Mistrial declared in Jamie Bacon case
Published Sunday, May 26, 2019 12:55PM PDT
Last Updated Sunday, May 26, 2019 6:29PM PDT
A judge has declared a mistrial in the case of Jamie Bacon, charged in an alleged murder-for-hire plot stemming from a New Year’s Eve shooting in 2008.
On Saturday night, Justice Catherine Wedge of the B.C. Supreme Court declared a mistrial after the jury informed her that it couldn’t reach a unanimous verdict, according to the B.C. Prosecution Service and lawyers for Bacon.
The jury began its deliberations Thursday evening.
Tony Paisana, a Vancouver criminal lawyer not affiliated with the case, told CTV News deadlocked juries were “not terribly common” and that a judge will typically first “exort” the jury to make the best efforts they can to come to a conclusion.
“[We] shouldn’t read too much into the amount of time [of deliberations],” Paisana said. “It’s really about the nature of the deadlock.”
Bacon was charged with one count of counselling to commit murder in the Dec. 31, 2008, shooting of Dennis Karbovanec. Karbovanec survived the alleged murder attempt.
During the trial, which began February 4, the alleged gunman and a second man who says he lured Karbovanec to the shooting location both testified against Bacon. Neither witness can be identified because of a publication ban.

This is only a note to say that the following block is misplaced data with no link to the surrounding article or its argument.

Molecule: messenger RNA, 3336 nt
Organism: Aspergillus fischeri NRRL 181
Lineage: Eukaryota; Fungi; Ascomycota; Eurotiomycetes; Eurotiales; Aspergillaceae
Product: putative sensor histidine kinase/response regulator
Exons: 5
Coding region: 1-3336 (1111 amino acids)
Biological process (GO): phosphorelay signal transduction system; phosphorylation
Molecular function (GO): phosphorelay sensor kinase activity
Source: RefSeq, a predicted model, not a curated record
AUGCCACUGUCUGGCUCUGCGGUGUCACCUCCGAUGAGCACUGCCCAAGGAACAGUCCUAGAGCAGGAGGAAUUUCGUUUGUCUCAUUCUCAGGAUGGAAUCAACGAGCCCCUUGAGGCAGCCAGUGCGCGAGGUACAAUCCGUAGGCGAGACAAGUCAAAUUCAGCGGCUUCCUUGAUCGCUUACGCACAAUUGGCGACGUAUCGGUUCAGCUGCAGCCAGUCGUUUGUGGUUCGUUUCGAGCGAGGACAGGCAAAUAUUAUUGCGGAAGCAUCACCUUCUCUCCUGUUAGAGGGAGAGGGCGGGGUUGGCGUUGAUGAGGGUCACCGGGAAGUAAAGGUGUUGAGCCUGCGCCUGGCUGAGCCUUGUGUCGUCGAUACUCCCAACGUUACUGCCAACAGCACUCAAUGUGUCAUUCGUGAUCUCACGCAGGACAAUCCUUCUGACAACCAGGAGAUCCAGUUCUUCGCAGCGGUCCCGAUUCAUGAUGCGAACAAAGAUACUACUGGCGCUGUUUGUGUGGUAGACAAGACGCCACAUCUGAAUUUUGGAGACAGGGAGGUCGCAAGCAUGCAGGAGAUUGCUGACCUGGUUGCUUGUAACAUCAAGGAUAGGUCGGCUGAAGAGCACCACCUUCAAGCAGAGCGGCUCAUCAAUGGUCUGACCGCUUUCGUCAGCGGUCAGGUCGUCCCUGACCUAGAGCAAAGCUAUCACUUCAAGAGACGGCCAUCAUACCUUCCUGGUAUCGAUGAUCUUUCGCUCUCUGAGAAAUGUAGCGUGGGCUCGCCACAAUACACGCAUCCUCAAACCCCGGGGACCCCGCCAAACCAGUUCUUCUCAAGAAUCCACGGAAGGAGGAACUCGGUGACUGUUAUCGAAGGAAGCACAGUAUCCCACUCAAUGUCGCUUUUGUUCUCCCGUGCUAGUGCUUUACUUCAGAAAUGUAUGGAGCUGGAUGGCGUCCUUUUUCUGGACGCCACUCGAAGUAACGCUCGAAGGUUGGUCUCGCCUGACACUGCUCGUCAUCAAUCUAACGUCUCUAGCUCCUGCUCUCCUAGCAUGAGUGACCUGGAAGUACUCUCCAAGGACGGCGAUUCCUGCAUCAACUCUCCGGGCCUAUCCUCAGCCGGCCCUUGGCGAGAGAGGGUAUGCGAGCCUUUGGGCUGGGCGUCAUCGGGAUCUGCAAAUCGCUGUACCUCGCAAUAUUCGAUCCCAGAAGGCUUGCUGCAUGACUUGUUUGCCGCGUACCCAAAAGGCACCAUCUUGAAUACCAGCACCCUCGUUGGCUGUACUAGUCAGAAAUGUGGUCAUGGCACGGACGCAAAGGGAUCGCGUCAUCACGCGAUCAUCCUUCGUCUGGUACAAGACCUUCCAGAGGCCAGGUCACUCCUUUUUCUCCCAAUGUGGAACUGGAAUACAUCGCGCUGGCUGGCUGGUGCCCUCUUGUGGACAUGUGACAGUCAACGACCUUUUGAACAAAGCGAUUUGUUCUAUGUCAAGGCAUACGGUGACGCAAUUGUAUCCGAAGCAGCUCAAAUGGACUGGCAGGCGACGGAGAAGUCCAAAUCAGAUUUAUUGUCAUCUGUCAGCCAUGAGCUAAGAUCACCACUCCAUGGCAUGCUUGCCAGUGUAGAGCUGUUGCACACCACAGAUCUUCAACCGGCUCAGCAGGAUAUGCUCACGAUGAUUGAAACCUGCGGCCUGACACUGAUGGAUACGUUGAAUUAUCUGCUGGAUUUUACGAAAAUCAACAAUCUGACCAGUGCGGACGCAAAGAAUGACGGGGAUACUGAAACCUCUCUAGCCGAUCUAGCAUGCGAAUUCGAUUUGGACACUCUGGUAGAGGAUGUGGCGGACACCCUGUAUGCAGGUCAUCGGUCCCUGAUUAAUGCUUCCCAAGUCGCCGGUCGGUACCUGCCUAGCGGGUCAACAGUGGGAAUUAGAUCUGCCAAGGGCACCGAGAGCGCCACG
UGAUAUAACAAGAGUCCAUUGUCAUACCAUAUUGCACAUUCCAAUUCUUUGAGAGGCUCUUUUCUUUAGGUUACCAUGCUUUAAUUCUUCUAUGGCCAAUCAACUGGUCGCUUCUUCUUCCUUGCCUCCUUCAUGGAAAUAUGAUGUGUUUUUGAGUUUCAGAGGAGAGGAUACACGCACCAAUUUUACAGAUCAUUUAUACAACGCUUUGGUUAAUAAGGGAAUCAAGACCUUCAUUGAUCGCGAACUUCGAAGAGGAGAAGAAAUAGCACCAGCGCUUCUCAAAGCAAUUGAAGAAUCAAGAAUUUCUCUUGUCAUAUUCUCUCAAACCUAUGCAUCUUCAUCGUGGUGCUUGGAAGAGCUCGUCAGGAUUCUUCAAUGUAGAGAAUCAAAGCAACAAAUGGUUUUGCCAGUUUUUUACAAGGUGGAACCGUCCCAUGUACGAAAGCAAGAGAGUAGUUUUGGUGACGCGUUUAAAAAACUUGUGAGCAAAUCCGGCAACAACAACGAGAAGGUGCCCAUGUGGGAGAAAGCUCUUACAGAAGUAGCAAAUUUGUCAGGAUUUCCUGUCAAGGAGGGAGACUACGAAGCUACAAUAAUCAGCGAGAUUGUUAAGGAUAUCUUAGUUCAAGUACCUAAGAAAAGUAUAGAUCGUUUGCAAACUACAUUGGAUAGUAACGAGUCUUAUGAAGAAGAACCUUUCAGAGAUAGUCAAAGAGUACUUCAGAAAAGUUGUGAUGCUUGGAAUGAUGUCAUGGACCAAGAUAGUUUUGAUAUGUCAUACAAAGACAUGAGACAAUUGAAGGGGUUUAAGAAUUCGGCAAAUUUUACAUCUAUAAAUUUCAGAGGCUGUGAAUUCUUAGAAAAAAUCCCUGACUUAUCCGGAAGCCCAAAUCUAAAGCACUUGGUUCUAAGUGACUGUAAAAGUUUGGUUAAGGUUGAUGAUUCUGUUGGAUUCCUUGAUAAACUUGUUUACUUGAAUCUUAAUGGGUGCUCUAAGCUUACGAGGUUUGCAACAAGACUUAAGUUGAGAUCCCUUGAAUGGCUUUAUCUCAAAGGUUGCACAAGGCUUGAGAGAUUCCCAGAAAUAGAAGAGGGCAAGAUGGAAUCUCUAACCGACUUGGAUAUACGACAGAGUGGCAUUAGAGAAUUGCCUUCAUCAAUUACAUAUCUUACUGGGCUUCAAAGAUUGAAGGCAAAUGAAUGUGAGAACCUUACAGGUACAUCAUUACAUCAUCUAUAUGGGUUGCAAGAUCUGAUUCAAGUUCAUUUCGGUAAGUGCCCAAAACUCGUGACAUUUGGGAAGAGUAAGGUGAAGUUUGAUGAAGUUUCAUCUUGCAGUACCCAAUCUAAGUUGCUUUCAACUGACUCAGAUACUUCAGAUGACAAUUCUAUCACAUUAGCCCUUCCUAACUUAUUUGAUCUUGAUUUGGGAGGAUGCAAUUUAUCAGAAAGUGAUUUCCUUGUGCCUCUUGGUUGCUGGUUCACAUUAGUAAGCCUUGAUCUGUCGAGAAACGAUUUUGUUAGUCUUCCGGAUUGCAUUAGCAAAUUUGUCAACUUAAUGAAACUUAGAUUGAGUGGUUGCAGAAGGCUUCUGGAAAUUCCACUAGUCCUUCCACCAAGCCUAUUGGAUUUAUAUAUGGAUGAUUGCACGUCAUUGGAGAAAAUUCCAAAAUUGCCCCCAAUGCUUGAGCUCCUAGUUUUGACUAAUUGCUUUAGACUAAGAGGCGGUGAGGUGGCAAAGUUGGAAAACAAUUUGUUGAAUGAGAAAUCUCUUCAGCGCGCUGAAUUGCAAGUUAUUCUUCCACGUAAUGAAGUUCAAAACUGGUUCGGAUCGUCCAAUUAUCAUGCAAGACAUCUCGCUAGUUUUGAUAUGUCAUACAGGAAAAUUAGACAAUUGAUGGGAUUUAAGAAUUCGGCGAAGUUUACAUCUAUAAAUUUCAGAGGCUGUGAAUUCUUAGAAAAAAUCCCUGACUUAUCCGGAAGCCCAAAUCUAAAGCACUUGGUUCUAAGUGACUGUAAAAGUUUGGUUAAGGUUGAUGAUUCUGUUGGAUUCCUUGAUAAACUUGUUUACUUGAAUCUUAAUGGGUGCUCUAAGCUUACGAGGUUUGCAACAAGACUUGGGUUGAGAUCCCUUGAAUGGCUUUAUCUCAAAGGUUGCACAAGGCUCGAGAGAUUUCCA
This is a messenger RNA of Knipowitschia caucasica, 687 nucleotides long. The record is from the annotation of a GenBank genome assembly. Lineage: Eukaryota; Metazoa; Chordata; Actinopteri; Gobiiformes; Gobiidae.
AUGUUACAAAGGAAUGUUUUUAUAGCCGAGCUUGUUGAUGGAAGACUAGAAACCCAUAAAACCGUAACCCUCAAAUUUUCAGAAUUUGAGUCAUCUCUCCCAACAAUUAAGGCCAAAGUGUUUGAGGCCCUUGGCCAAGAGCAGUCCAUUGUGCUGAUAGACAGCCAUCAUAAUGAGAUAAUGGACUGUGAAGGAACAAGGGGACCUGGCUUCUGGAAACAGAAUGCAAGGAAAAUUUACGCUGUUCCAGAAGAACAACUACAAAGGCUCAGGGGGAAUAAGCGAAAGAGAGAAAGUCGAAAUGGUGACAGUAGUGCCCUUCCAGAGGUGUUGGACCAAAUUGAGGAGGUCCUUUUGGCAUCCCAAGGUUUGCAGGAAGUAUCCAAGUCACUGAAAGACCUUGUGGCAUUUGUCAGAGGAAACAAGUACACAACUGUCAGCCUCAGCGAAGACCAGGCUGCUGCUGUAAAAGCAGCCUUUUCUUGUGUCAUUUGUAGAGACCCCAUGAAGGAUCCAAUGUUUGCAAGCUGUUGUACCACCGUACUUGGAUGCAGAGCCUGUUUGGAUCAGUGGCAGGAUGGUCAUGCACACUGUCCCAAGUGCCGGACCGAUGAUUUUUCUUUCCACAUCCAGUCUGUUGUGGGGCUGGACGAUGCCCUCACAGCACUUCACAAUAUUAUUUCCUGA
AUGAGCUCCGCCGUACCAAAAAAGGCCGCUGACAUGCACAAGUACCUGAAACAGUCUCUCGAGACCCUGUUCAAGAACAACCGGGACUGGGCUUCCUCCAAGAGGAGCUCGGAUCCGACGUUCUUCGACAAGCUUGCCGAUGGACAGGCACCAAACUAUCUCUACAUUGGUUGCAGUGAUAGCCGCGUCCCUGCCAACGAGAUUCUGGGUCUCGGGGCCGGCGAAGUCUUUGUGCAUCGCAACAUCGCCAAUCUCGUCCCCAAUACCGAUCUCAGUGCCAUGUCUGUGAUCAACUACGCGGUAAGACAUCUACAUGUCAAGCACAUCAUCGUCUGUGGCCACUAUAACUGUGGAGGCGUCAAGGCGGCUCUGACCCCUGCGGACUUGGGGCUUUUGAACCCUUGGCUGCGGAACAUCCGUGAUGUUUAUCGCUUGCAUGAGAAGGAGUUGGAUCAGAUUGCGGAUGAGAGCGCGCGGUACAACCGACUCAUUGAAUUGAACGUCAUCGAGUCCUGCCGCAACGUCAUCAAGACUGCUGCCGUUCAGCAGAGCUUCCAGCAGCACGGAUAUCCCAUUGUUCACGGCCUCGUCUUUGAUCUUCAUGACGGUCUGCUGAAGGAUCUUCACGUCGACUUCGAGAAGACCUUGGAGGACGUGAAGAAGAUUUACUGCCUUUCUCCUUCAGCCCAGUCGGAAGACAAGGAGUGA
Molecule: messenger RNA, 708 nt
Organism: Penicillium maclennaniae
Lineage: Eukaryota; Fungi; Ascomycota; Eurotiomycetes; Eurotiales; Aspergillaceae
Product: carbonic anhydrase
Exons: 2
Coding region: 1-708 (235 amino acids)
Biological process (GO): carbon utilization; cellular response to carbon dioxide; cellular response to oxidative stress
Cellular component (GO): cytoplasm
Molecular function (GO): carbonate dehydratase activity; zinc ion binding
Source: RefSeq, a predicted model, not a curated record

Bacon’s defense reportedly argued that neither witness was credible and also argued there were mistakes in the police investigation and handling of evidence.
Karbovanec is currently serving a life sentence for pleading guilty to three counts of second degree murder in connection with the Surrey Six case.
Paisana says cases like this can be turned around and re-tried within a few months and there will be pressure on the Crown to set a new trial date.
Bacon has been in custody since 2009.
“One thing that [Crown always tries] to keep in mind in a case like this, where the accused is in custody accruing time served, is [if found guilty] whether or not the sentence at the end of the day will be any longer than the time served already in custody,” Paisana said.
Under Canada’s Criminal Code, someone who counsels another person to commit a crime is liable to the same punishment as the person who commits the offense.
Attempted murder can carry up to a maximum of life in prison.
Crown says Bacon’s next appearance will be June 14 to schedule further proceedings.
With files from the Canadian Press